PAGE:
After breakfast I ride my bike to the master farm in neighboring Fass Toucaleur, about 1k away, where I find the master farmer Abdul Salam, his son’s friend Goorgi (he’s a Pulaar, but in Wolof his name his name means “The Man,” which I think suits him) and Segan, a Sereer Catholic from Fass who helps out at the farm. They are pulling water from the well and watering the garden, which now has over 30 garden beds and presents a formidable task to water each morning and evening. After watering, I take a look at a eucalyptus seed bed that we planted last week and is now germinating, and plant some Acacia mellifera seeds in a bed to test their germination rate. Mellifera is a good live fencing shrub because it’s thorny and doesn’t require much pruning, but it’s hard to find seeds. I collected the seeds last month with a friend in a field owned by the regional prison in Koutal, a town between my village and Kaolack. The mellifera is planted around a field just outside the prison walls. I’m not sure, but maybe the original idea was to create a live fence for an outdoor exercise area for prisoners, but the fence isn’t in good shape now and the field isn’t used for anything. I didn’t see much of the prison but we did have to go inside the gate to ask the gendarme for permission to collect seeds. The buildings where the prisoners live are windowless with tin roofs and must be extremely hot. I imagine prison life is very tough.

After planting the mellifera seeds at the master farm I head back to my village and pack my bag to head to Kaolack. I am going for a farewell gathering/ birthday of a fellow PCV, and to buy some supplies for the new women’s garden in my village, which I have been pretty busy with lately. The women’s group has existed for some years, and they manage a successful cooperative vegetable market in the village. However their vegetable supply comes from the wholesale market in Kaolack, and so they were motivated to begin a garden of their own. Last month I helped them get a Peace Corps grant for a chain link fence, cistern, seeds, and tools to get the garden started. According to the stipulations of the grant, the group also had to make a cash contribution to the project, and over 90 women paid 700 FCFA each (about a dollar fifty) into the pot in order to have membership in the garden. Over the past few weeks I have been travelling back and forth between Sama Ndiayen and Kaolack transporting supplies, and getting posts for the fence cut by a blacksmith in my road town, Ker Socce. We installed the fence last week, with women’s group members and men from the village coming out in the mornings and afternoons (when the sun isn’t so hot) to help. My counterpart and friend Papa played the director’s role, organizing people to mix and pour cement for the posts and tie the tension wire. He has been a great help in this project (he also traveled with me to Kaolack to bargain for supplies, which as a white guy I have a hard time doing) and I’m very thankful to have him as a counterpart.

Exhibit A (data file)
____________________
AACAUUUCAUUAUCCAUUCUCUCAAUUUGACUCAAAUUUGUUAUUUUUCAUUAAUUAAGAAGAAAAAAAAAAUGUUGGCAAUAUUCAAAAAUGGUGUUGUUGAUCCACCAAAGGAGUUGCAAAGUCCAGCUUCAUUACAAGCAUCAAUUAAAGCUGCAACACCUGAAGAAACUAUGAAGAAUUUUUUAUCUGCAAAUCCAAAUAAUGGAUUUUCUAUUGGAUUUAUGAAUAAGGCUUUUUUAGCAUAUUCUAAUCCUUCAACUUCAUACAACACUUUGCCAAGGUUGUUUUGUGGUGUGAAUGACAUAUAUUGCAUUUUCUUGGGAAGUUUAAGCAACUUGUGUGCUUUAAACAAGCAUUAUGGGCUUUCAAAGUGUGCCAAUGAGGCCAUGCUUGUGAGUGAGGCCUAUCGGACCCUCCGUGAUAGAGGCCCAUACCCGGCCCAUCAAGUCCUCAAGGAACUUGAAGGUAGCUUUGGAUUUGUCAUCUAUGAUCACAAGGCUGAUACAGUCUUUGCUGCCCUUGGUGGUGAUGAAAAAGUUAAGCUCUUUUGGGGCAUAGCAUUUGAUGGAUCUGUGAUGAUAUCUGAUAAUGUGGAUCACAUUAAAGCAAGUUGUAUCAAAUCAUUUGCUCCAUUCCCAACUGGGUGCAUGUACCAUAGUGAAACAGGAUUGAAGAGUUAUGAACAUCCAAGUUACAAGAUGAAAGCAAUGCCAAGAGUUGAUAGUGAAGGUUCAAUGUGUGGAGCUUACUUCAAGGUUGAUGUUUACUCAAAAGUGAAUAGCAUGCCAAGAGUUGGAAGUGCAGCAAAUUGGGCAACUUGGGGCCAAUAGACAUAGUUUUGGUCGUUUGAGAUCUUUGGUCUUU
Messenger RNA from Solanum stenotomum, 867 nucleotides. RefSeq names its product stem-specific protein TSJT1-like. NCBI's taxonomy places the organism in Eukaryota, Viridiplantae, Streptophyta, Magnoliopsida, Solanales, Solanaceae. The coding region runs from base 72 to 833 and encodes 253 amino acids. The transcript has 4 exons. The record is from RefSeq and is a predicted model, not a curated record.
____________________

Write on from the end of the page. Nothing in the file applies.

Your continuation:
We also just finished installing the cistern for the garden. Originally I had planned to ask the mason who built my douche, but the master farmer Abdul Salam convinced me to get his brother in law the welldigger of Ker Socce, Babakar Njay, to do the job. Babakar Njay turned out to be quite a character. He is probably the most well-armed Senegalese person I’ve met; upon our first meeting he pulled out a 12 inch bowie knife from his pants (sheathed, thankfully) and sharpened it while we talked business – I’m not sure if this was a ploy to help him bargain, but in the end I think we settled on a fair price. He also informed me that he has a pistol with a silencer (I have no idea if this is true), and shotgun. In any case he did a good job on the cistern, which he built out of cement and laterite rocks, poured into the type of mold used for well linings, with a rebar frame inside the cement. The cistern is sunk about 50 cm into the ground, and is fed by a flexible PVC pipe that is hooked up to an elevated reception tank, which he also built, next to the well about 50 m away. The idea is that women can pull water at the well and dump it into the reception tank, whence it travels to the cistern, where other women can fill watering cans and water the garden.